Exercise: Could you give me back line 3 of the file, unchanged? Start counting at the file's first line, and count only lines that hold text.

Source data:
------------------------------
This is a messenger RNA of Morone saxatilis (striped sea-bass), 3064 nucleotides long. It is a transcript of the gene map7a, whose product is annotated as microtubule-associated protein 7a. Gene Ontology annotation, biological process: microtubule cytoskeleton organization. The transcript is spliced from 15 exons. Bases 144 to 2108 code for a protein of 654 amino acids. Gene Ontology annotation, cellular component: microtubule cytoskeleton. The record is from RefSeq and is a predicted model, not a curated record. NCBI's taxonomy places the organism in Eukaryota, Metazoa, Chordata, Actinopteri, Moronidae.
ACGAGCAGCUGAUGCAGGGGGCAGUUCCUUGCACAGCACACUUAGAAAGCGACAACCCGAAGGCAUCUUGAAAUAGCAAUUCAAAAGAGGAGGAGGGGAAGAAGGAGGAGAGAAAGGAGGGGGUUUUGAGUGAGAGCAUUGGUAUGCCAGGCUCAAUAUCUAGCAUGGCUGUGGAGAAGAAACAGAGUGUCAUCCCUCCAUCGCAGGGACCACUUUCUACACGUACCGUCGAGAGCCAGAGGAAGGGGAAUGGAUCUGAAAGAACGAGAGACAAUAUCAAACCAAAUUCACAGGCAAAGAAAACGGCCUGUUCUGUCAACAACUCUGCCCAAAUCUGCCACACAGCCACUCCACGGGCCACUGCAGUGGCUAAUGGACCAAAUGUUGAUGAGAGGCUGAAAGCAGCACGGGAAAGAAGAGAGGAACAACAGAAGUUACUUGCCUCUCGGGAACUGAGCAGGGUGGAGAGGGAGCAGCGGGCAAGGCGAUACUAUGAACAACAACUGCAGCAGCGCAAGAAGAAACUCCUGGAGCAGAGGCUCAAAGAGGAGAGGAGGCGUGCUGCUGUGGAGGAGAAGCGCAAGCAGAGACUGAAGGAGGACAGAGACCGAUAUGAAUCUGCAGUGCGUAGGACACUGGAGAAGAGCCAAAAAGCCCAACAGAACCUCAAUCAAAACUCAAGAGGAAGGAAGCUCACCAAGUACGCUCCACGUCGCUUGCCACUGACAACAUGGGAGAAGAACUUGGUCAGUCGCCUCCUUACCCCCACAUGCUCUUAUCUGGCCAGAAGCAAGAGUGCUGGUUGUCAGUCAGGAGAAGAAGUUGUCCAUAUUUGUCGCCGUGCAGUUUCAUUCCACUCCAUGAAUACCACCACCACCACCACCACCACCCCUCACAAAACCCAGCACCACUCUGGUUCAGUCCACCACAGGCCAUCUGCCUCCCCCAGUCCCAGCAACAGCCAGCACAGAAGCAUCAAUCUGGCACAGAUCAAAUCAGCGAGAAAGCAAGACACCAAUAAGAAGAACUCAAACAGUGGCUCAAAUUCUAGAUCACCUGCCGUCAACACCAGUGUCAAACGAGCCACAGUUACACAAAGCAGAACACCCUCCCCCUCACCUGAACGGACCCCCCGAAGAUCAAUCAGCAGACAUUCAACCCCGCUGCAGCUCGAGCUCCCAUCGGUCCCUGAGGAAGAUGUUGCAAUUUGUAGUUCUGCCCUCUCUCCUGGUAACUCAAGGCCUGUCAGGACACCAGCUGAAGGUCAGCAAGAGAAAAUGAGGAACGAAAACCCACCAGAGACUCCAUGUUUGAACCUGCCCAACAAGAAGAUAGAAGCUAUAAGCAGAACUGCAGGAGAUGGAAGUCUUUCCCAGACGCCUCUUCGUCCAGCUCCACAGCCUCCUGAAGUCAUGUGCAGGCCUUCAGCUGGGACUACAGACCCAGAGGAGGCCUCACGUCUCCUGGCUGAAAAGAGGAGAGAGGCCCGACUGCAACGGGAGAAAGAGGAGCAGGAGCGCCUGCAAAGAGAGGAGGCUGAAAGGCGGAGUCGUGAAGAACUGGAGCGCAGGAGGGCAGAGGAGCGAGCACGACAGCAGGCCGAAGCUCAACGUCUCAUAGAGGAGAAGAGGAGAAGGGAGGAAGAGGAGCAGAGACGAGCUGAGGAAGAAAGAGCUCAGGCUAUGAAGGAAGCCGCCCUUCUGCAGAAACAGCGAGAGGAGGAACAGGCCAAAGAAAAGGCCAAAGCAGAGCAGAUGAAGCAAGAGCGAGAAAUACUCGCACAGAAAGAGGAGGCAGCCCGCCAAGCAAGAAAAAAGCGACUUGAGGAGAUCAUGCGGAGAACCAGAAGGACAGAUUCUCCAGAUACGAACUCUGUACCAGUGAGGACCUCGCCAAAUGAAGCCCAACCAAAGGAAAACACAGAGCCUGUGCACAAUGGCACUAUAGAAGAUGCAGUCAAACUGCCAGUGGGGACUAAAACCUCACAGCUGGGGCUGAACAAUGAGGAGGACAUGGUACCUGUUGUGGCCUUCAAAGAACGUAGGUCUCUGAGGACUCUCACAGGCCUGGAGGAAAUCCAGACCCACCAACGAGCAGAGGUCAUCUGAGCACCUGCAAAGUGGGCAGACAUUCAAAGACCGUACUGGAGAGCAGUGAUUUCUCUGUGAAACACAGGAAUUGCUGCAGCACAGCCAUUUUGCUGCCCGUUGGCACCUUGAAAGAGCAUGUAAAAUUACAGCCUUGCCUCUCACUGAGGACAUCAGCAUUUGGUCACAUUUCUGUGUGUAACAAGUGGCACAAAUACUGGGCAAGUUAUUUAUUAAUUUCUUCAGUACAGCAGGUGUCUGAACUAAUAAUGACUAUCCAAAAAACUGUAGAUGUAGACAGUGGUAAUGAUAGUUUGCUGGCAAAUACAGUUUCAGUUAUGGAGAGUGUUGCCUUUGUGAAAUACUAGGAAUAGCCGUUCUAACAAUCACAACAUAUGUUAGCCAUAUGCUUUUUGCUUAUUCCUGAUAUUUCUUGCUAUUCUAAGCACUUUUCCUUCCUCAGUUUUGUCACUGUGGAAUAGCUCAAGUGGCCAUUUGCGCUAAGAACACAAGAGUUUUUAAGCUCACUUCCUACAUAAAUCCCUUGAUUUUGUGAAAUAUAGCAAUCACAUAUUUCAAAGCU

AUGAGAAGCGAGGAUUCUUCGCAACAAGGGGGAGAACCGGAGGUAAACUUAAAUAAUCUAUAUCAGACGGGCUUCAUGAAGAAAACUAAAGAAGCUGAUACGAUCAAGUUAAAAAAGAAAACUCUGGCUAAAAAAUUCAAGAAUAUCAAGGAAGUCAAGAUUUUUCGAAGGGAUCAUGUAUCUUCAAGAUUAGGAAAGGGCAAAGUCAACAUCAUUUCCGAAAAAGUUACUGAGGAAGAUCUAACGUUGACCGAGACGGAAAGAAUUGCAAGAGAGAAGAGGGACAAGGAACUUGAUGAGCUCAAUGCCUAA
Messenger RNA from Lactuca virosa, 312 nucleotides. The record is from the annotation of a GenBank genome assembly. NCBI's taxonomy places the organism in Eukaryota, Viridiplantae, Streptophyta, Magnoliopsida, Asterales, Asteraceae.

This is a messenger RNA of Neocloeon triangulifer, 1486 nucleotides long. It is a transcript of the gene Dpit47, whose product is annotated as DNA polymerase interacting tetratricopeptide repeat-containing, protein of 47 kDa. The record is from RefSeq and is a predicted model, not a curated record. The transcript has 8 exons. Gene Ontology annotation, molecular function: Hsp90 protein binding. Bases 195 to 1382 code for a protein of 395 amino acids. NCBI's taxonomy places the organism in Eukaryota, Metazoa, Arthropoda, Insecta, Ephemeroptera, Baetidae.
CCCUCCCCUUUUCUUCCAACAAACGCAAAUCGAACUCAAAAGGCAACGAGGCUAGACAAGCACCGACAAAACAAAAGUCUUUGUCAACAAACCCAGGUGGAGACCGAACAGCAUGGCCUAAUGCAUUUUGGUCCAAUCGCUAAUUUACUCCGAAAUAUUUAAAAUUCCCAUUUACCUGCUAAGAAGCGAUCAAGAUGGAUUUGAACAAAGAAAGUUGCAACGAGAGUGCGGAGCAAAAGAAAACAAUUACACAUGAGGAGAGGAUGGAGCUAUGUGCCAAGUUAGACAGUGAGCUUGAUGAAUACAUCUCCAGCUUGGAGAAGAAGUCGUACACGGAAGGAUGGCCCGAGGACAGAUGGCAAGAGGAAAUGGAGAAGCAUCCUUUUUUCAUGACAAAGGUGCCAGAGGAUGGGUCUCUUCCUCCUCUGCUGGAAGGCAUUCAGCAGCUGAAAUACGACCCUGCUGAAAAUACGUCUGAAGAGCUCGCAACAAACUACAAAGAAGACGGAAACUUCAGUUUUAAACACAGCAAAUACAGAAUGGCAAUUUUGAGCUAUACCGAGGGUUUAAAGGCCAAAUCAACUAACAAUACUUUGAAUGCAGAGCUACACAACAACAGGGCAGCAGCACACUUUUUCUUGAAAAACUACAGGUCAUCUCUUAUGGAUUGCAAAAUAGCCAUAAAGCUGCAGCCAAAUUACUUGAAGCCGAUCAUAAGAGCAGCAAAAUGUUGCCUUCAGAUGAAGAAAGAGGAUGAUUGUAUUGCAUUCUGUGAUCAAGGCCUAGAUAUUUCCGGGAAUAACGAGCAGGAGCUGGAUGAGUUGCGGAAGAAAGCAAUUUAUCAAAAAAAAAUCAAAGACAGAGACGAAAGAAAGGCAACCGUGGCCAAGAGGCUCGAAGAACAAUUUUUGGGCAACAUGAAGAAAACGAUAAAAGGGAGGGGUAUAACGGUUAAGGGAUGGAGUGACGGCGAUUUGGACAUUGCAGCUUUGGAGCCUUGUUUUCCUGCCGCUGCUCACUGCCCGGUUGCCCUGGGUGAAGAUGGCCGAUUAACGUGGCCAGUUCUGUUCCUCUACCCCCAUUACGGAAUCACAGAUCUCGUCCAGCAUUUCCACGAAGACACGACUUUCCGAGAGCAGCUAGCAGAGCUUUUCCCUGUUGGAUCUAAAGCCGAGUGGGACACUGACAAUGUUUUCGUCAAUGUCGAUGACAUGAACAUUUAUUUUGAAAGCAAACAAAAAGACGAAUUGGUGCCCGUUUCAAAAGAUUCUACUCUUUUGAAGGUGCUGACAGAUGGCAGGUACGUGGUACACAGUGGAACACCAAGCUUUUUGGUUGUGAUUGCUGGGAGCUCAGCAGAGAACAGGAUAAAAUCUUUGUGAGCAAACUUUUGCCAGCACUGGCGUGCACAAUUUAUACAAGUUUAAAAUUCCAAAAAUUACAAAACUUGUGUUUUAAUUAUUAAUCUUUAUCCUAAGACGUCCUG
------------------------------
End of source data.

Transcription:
AUGAGAAGCGAGGAUUCUUCGCAACAAGGGGGAGAACCGGAGGUAAACUUAAAUAAUCUAUAUCAGACGGGCUUCAUGAAGAAAACUAAAGAAGCUGAUACGAUCAAGUUAAAAAAGAAAACUCUGGCUAAAAAAUUCAAGAAUAUCAAGGAAGUCAAGAUUUUUCGAAGGGAUCAUGUAUCUUCAAGAUUAGGAAAGGGCAAAGUCAACAUCAUUUCCGAAAAAGUUACUGAGGAAGAUCUAACGUUGACCGAGACGGAAAGAAUUGCAAGAGAGAAGAGGGACAAGGAACUUGAUGAGCUCAAUGCCUAA